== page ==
That’s a long article I can’t read. But straight off, I saw that his introductory aguments or positions, 1) and 2), were flawed or misprepresented. Wittgenstein will always be misrepresented.
Surely, and I know, Wittgenstein was a transcendental idealist, an instictualist (as an -ist), and not a transcendental realist who practices animism.

I don’t think that anyone thinks that Witt was a logical positivist. And the transcendental idealism was there right from the off, when he was born.

Then you’ll have no problem explaining why, given his repudiation in On Certainty.

Hi JohnJones, I am just curious, because he was a member of the Wiener Kreis, right? I asked the wikipedia as well and found the following:

Source: en.wikipedia.org/wiki/Ludwig_Wittgenstein

I am having trouble seeing the Tractatus as transcendental idealistic because it concerns the idea that what we do not know cannot be discussed, as if it doesn’t exist to us because of this. That is the opposite of the transcendental idealistic thought if I understand correctly. Will you explain your ideas on the matter?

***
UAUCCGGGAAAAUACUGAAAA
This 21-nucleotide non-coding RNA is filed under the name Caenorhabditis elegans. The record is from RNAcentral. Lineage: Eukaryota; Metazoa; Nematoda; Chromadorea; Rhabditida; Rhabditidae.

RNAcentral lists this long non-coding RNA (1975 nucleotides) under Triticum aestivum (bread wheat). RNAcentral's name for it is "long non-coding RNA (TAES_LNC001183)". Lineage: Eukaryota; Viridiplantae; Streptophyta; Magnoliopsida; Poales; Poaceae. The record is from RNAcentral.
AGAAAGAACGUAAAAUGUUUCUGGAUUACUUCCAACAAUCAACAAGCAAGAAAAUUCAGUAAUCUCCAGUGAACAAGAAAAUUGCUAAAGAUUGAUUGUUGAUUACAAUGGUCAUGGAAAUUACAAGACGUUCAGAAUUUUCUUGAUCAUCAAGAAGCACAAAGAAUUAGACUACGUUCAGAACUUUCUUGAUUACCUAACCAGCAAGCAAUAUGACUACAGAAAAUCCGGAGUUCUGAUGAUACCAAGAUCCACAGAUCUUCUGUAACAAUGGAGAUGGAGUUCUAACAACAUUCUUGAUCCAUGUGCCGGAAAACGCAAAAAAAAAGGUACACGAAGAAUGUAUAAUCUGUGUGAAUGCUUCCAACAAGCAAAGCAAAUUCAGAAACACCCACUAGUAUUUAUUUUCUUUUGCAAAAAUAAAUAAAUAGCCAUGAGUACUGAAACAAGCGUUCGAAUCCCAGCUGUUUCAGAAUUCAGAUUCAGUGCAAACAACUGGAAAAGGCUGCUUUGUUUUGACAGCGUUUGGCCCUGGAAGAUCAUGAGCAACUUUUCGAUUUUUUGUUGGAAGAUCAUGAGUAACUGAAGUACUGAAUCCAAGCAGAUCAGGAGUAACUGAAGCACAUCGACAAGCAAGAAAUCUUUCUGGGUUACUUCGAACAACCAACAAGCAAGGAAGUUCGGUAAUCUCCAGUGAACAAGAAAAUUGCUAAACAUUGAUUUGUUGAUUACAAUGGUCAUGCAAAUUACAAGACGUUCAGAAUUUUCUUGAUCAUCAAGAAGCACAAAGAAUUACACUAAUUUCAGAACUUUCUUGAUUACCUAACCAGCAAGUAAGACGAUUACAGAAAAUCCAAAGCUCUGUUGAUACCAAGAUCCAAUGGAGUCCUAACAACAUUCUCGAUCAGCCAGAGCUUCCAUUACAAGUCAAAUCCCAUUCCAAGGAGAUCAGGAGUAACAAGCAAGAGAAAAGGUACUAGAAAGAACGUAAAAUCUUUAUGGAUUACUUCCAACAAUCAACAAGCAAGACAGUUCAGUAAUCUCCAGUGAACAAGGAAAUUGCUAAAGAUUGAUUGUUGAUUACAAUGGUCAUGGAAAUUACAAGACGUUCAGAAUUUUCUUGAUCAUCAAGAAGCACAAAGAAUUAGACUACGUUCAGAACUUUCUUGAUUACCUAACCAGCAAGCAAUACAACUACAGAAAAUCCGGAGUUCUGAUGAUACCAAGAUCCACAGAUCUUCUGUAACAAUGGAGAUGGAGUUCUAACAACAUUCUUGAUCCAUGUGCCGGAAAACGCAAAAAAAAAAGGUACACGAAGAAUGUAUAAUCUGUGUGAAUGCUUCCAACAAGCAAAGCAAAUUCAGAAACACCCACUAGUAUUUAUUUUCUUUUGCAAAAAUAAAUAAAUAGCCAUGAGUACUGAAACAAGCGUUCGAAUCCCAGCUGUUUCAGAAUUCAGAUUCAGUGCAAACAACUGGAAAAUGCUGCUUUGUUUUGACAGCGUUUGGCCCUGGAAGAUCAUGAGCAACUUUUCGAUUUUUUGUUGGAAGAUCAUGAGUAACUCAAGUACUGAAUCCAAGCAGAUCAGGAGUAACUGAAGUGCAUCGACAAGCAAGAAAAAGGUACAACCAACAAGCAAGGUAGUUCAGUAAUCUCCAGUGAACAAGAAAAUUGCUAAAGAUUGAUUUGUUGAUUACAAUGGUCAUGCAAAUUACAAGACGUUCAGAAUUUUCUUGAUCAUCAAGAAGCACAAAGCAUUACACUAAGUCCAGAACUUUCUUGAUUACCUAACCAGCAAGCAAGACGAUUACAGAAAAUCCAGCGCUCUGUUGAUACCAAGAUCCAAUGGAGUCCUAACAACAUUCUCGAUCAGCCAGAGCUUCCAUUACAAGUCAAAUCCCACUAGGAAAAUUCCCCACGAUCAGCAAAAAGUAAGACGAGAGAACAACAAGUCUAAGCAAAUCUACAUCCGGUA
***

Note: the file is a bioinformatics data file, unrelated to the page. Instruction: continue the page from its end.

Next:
The Tractatus says that what is not the case can’t be discussed, really - that meaningful statements can only be made about the way things are in the world, not about spiritual or ethical states-of-being which must be shown or felt. But I’d agree that that’s not very TI, at least on first account, and I’m also curious as to the alternative reading.

Well, if one Googles it there are references to be found concerning the intent of Witt (I &II). This in the sense that our cognition limits the world we perceive, not the world. That is a transcendental idealistic thought.

One reference to it:
jstor.org/pss/2219340

An interesting piece, although I never thought of Witt as one, save for his epistemology. The layers in there suggest a clear grasp of the paradox the objectification of observations causes. Anyway, a good point of JohnJones I think, although I am not sure Witt would agree.

You must say what that repudiation is, for from here it doen’t look feasible.